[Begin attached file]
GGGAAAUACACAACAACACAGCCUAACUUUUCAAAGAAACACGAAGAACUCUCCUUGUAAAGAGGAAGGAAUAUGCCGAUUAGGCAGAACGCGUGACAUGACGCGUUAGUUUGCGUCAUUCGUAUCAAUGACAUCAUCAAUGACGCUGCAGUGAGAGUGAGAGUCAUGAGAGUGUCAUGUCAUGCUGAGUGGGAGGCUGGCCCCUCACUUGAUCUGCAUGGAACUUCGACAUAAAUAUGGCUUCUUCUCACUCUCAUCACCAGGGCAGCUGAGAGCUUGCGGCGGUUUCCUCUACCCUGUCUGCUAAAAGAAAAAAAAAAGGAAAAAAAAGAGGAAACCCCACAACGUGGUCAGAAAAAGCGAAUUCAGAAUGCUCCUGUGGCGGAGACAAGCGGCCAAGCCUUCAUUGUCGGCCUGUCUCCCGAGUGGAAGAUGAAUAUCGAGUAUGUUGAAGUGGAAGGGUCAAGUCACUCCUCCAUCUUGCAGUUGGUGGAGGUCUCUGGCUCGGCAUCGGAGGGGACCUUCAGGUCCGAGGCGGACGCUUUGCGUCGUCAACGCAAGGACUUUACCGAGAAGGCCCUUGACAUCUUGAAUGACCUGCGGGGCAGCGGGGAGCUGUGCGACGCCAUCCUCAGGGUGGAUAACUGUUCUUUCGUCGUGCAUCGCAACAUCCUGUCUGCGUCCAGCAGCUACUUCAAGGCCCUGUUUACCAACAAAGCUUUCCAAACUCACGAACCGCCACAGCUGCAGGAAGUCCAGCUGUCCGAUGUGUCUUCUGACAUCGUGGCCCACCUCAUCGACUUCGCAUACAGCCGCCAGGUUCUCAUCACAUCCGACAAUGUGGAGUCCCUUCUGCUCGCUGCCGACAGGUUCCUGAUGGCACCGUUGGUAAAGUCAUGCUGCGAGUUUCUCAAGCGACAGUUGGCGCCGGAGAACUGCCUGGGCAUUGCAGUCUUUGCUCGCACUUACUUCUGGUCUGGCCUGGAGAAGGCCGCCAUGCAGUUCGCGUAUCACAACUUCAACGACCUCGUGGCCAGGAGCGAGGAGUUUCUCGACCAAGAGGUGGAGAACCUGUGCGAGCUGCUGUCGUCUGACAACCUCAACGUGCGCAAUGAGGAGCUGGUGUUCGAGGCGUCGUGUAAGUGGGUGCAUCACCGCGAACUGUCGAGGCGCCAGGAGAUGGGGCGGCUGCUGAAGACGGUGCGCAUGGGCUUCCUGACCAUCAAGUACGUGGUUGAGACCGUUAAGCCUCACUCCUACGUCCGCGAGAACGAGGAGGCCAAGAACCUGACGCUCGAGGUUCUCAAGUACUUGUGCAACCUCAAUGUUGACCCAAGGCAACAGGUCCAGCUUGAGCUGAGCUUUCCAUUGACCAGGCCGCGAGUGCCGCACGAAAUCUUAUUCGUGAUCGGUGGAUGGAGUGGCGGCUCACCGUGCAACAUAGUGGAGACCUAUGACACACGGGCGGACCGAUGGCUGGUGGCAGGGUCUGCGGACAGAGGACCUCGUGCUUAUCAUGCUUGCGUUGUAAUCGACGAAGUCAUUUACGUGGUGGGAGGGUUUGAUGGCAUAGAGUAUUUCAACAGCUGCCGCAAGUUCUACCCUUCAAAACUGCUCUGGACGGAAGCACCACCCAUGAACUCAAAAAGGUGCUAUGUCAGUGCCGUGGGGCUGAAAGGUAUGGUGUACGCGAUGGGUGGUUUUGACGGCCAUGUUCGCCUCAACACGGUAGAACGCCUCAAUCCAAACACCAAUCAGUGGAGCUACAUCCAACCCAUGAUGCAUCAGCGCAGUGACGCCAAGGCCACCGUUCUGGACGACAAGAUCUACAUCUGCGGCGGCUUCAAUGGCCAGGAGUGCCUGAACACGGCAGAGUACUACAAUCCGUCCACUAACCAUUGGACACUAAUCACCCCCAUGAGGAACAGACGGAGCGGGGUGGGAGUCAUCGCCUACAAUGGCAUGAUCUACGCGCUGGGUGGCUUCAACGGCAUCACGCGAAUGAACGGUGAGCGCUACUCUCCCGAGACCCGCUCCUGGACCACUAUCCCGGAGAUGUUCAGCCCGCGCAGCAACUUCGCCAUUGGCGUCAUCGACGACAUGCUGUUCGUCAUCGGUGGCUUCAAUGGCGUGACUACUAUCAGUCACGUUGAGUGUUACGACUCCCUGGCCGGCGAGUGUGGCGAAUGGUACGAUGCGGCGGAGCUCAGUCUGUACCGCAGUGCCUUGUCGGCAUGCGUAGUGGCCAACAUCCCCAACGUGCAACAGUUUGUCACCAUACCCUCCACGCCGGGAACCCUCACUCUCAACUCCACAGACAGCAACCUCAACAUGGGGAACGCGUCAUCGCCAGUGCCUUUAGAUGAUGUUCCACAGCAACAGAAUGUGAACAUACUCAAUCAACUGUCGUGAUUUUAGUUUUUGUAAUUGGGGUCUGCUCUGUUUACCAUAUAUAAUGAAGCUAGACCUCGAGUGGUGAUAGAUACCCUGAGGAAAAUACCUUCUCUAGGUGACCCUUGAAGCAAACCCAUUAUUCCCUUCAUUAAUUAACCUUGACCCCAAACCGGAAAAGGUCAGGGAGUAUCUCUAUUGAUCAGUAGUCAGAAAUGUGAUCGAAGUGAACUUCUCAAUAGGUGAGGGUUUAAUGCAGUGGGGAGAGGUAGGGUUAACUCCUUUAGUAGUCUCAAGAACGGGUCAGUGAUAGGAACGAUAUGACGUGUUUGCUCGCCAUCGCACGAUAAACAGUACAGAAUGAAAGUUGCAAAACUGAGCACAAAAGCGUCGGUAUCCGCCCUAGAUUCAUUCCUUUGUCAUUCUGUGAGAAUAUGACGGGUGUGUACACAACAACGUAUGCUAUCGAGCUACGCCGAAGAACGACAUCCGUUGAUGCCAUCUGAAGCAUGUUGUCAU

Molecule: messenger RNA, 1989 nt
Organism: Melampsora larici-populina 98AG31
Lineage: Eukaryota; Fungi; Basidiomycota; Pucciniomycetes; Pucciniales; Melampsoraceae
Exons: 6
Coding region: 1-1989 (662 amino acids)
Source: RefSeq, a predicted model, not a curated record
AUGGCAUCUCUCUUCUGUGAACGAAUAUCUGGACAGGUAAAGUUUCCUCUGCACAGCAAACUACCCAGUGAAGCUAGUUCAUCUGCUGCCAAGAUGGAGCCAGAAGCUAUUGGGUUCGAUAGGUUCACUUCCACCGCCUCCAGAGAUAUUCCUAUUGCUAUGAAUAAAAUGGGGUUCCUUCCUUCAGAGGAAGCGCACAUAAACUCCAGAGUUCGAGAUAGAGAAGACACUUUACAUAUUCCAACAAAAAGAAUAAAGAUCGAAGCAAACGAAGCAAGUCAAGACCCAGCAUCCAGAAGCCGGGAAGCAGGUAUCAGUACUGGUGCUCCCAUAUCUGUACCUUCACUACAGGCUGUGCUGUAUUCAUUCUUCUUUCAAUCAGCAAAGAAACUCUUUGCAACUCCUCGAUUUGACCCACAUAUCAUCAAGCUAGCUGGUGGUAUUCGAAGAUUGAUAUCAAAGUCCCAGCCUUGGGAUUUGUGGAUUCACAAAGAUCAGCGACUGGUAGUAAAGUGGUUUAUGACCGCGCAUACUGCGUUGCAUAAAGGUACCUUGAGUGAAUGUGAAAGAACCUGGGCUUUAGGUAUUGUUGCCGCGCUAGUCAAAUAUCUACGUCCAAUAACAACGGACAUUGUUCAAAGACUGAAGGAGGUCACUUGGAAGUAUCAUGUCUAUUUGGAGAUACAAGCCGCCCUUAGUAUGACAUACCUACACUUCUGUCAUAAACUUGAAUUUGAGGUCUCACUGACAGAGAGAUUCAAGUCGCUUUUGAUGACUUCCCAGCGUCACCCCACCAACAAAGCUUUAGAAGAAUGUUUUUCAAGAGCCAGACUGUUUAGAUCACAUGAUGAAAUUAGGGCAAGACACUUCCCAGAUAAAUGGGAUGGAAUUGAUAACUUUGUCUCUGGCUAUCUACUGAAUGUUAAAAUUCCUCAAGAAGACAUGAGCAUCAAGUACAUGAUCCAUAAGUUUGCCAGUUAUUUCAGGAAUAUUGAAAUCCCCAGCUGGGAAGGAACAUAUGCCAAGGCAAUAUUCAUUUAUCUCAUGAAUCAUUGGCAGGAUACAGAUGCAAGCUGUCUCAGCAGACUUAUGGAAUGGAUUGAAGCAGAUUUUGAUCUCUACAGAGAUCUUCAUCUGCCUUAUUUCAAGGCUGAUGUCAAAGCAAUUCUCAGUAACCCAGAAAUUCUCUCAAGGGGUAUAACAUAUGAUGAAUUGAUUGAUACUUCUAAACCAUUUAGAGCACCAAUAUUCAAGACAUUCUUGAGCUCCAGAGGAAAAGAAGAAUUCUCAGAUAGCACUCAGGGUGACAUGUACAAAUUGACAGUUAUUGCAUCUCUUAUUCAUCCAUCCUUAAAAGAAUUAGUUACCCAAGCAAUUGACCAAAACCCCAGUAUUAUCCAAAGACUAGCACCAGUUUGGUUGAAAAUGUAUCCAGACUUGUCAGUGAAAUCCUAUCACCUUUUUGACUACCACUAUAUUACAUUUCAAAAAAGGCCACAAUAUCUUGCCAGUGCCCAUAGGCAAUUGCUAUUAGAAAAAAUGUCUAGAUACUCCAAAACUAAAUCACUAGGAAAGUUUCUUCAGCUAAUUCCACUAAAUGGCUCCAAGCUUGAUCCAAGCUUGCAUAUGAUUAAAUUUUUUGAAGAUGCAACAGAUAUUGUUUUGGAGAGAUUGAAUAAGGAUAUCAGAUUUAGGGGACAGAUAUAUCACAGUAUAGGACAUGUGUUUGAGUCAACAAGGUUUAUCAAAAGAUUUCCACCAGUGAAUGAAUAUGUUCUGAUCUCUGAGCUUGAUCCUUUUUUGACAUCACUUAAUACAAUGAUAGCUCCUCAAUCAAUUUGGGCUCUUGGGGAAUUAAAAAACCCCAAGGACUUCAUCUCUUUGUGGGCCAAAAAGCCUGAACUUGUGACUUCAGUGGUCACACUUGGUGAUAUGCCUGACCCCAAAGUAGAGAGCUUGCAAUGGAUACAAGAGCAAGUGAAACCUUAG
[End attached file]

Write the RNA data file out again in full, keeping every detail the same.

GGGAAAUACACAACAACACAGCCUAACUUUUCAAAGAAACACGAAGAACUCUCCUUGUAAAGAGGAAGGAAUAUGCCGAUUAGGCAGAACGCGUGACAUGACGCGUUAGUUUGCGUCAUUCGUAUCAAUGACAUCAUCAAUGACGCUGCAGUGAGAGUGAGAGUCAUGAGAGUGUCAUGUCAUGCUGAGUGGGAGGCUGGCCCCUCACUUGAUCUGCAUGGAACUUCGACAUAAAUAUGGCUUCUUCUCACUCUCAUCACCAGGGCAGCUGAGAGCUUGCGGCGGUUUCCUCUACCCUGUCUGCUAAAAGAAAAAAAAAAGGAAAAAAAAGAGGAAACCCCACAACGUGGUCAGAAAAAGCGAAUUCAGAAUGCUCCUGUGGCGGAGACAAGCGGCCAAGCCUUCAUUGUCGGCCUGUCUCCCGAGUGGAAGAUGAAUAUCGAGUAUGUUGAAGUGGAAGGGUCAAGUCACUCCUCCAUCUUGCAGUUGGUGGAGGUCUCUGGCUCGGCAUCGGAGGGGACCUUCAGGUCCGAGGCGGACGCUUUGCGUCGUCAACGCAAGGACUUUACCGAGAAGGCCCUUGACAUCUUGAAUGACCUGCGGGGCAGCGGGGAGCUGUGCGACGCCAUCCUCAGGGUGGAUAACUGUUCUUUCGUCGUGCAUCGCAACAUCCUGUCUGCGUCCAGCAGCUACUUCAAGGCCCUGUUUACCAACAAAGCUUUCCAAACUCACGAACCGCCACAGCUGCAGGAAGUCCAGCUGUCCGAUGUGUCUUCUGACAUCGUGGCCCACCUCAUCGACUUCGCAUACAGCCGCCAGGUUCUCAUCACAUCCGACAAUGUGGAGUCCCUUCUGCUCGCUGCCGACAGGUUCCUGAUGGCACCGUUGGUAAAGUCAUGCUGCGAGUUUCUCAAGCGACAGUUGGCGCCGGAGAACUGCCUGGGCAUUGCAGUCUUUGCUCGCACUUACUUCUGGUCUGGCCUGGAGAAGGCCGCCAUGCAGUUCGCGUAUCACAACUUCAACGACCUCGUGGCCAGGAGCGAGGAGUUUCUCGACCAAGAGGUGGAGAACCUGUGCGAGCUGCUGUCGUCUGACAACCUCAACGUGCGCAAUGAGGAGCUGGUGUUCGAGGCGUCGUGUAAGUGGGUGCAUCACCGCGAACUGUCGAGGCGCCAGGAGAUGGGGCGGCUGCUGAAGACGGUGCGCAUGGGCUUCCUGACCAUCAAGUACGUGGUUGAGACCGUUAAGCCUCACUCCUACGUCCGCGAGAACGAGGAGGCCAAGAACCUGACGCUCGAGGUUCUCAAGUACUUGUGCAACCUCAAUGUUGACCCAAGGCAACAGGUCCAGCUUGAGCUGAGCUUUCCAUUGACCAGGCCGCGAGUGCCGCACGAAAUCUUAUUCGUGAUCGGUGGAUGGAGUGGCGGCUCACCGUGCAACAUAGUGGAGACCUAUGACACACGGGCGGACCGAUGGCUGGUGGCAGGGUCUGCGGACAGAGGACCUCGUGCUUAUCAUGCUUGCGUUGUAAUCGACGAAGUCAUUUACGUGGUGGGAGGGUUUGAUGGCAUAGAGUAUUUCAACAGCUGCCGCAAGUUCUACCCUUCAAAACUGCUCUGGACGGAAGCACCACCCAUGAACUCAAAAAGGUGCUAUGUCAGUGCCGUGGGGCUGAAAGGUAUGGUGUACGCGAUGGGUGGUUUUGACGGCCAUGUUCGCCUCAACACGGUAGAACGCCUCAAUCCAAACACCAAUCAGUGGAGCUACAUCCAACCCAUGAUGCAUCAGCGCAGUGACGCCAAGGCCACCGUUCUGGACGACAAGAUCUACAUCUGCGGCGGCUUCAAUGGCCAGGAGUGCCUGAACACGGCAGAGUACUACAAUCCGUCCACUAACCAUUGGACACUAAUCACCCCCAUGAGGAACAGACGGAGCGGGGUGGGAGUCAUCGCCUACAAUGGCAUGAUCUACGCGCUGGGUGGCUUCAACGGCAUCACGCGAAUGAACGGUGAGCGCUACUCUCCCGAGACCCGCUCCUGGACCACUAUCCCGGAGAUGUUCAGCCCGCGCAGCAACUUCGCCAUUGGCGUCAUCGACGACAUGCUGUUCGUCAUCGGUGGCUUCAAUGGCGUGACUACUAUCAGUCACGUUGAGUGUUACGACUCCCUGGCCGGCGAGUGUGGCGAAUGGUACGAUGCGGCGGAGCUCAGUCUGUACCGCAGUGCCUUGUCGGCAUGCGUAGUGGCCAACAUCCCCAACGUGCAACAGUUUGUCACCAUACCCUCCACGCCGGGAACCCUCACUCUCAACUCCACAGACAGCAACCUCAACAUGGGGAACGCGUCAUCGCCAGUGCCUUUAGAUGAUGUUCCACAGCAACAGAAUGUGAACAUACUCAAUCAACUGUCGUGAUUUUAGUUUUUGUAAUUGGGGUCUGCUCUGUUUACCAUAUAUAAUGAAGCUAGACCUCGAGUGGUGAUAGAUACCCUGAGGAAAAUACCUUCUCUAGGUGACCCUUGAAGCAAACCCAUUAUUCCCUUCAUUAAUUAACCUUGACCCCAAACCGGAAAAGGUCAGGGAGUAUCUCUAUUGAUCAGUAGUCAGAAAUGUGAUCGAAGUGAACUUCUCAAUAGGUGAGGGUUUAAUGCAGUGGGGAGAGGUAGGGUUAACUCCUUUAGUAGUCUCAAGAACGGGUCAGUGAUAGGAACGAUAUGACGUGUUUGCUCGCCAUCGCACGAUAAACAGUACAGAAUGAAAGUUGCAAAACUGAGCACAAAAGCGUCGGUAUCCGCCCUAGAUUCAUUCCUUUGUCAUUCUGUGAGAAUAUGACGGGUGUGUACACAACAACGUAUGCUAUCGAGCUACGCCGAAGAACGACAUCCGUUGAUGCCAUCUGAAGCAUGUUGUCAU

Molecule: messenger RNA, 1989 nt
Organism: Melampsora larici-populina 98AG31
Lineage: Eukaryota; Fungi; Basidiomycota; Pucciniomycetes; Pucciniales; Melampsoraceae
Exons: 6
Coding region: 1-1989 (662 amino acids)
Source: RefSeq, a predicted model, not a curated record
AUGGCAUCUCUCUUCUGUGAACGAAUAUCUGGACAGGUAAAGUUUCCUCUGCACAGCAAACUACCCAGUGAAGCUAGUUCAUCUGCUGCCAAGAUGGAGCCAGAAGCUAUUGGGUUCGAUAGGUUCACUUCCACCGCCUCCAGAGAUAUUCCUAUUGCUAUGAAUAAAAUGGGGUUCCUUCCUUCAGAGGAAGCGCACAUAAACUCCAGAGUUCGAGAUAGAGAAGACACUUUACAUAUUCCAACAAAAAGAAUAAAGAUCGAAGCAAACGAAGCAAGUCAAGACCCAGCAUCCAGAAGCCGGGAAGCAGGUAUCAGUACUGGUGCUCCCAUAUCUGUACCUUCACUACAGGCUGUGCUGUAUUCAUUCUUCUUUCAAUCAGCAAAGAAACUCUUUGCAACUCCUCGAUUUGACCCACAUAUCAUCAAGCUAGCUGGUGGUAUUCGAAGAUUGAUAUCAAAGUCCCAGCCUUGGGAUUUGUGGAUUCACAAAGAUCAGCGACUGGUAGUAAAGUGGUUUAUGACCGCGCAUACUGCGUUGCAUAAAGGUACCUUGAGUGAAUGUGAAAGAACCUGGGCUUUAGGUAUUGUUGCCGCGCUAGUCAAAUAUCUACGUCCAAUAACAACGGACAUUGUUCAAAGACUGAAGGAGGUCACUUGGAAGUAUCAUGUCUAUUUGGAGAUACAAGCCGCCCUUAGUAUGACAUACCUACACUUCUGUCAUAAACUUGAAUUUGAGGUCUCACUGACAGAGAGAUUCAAGUCGCUUUUGAUGACUUCCCAGCGUCACCCCACCAACAAAGCUUUAGAAGAAUGUUUUUCAAGAGCCAGACUGUUUAGAUCACAUGAUGAAAUUAGGGCAAGACACUUCCCAGAUAAAUGGGAUGGAAUUGAUAACUUUGUCUCUGGCUAUCUACUGAAUGUUAAAAUUCCUCAAGAAGACAUGAGCAUCAAGUACAUGAUCCAUAAGUUUGCCAGUUAUUUCAGGAAUAUUGAAAUCCCCAGCUGGGAAGGAACAUAUGCCAAGGCAAUAUUCAUUUAUCUCAUGAAUCAUUGGCAGGAUACAGAUGCAAGCUGUCUCAGCAGACUUAUGGAAUGGAUUGAAGCAGAUUUUGAUCUCUACAGAGAUCUUCAUCUGCCUUAUUUCAAGGCUGAUGUCAAAGCAAUUCUCAGUAACCCAGAAAUUCUCUCAAGGGGUAUAACAUAUGAUGAAUUGAUUGAUACUUCUAAACCAUUUAGAGCACCAAUAUUCAAGACAUUCUUGAGCUCCAGAGGAAAAGAAGAAUUCUCAGAUAGCACUCAGGGUGACAUGUACAAAUUGACAGUUAUUGCAUCUCUUAUUCAUCCAUCCUUAAAAGAAUUAGUUACCCAAGCAAUUGACCAAAACCCCAGUAUUAUCCAAAGACUAGCACCAGUUUGGUUGAAAAUGUAUCCAGACUUGUCAGUGAAAUCCUAUCACCUUUUUGACUACCACUAUAUUACAUUUCAAAAAAGGCCACAAUAUCUUGCCAGUGCCCAUAGGCAAUUGCUAUUAGAAAAAAUGUCUAGAUACUCCAAAACUAAAUCACUAGGAAAGUUUCUUCAGCUAAUUCCACUAAAUGGCUCCAAGCUUGAUCCAAGCUUGCAUAUGAUUAAAUUUUUUGAAGAUGCAACAGAUAUUGUUUUGGAGAGAUUGAAUAAGGAUAUCAGAUUUAGGGGACAGAUAUAUCACAGUAUAGGACAUGUGUUUGAGUCAACAAGGUUUAUCAAAAGAUUUCCACCAGUGAAUGAAUAUGUUCUGAUCUCUGAGCUUGAUCCUUUUUUGACAUCACUUAAUACAAUGAUAGCUCCUCAAUCAAUUUGGGCUCUUGGGGAAUUAAAAAACCCCAAGGACUUCAUCUCUUUGUGGGCCAAAAAGCCUGAACUUGUGACUUCAGUGGUCACACUUGGUGAUAUGCCUGACCCCAAAGUAGAGAGCUUGCAAUGGAUACAAGAGCAAGUGAAACCUUAG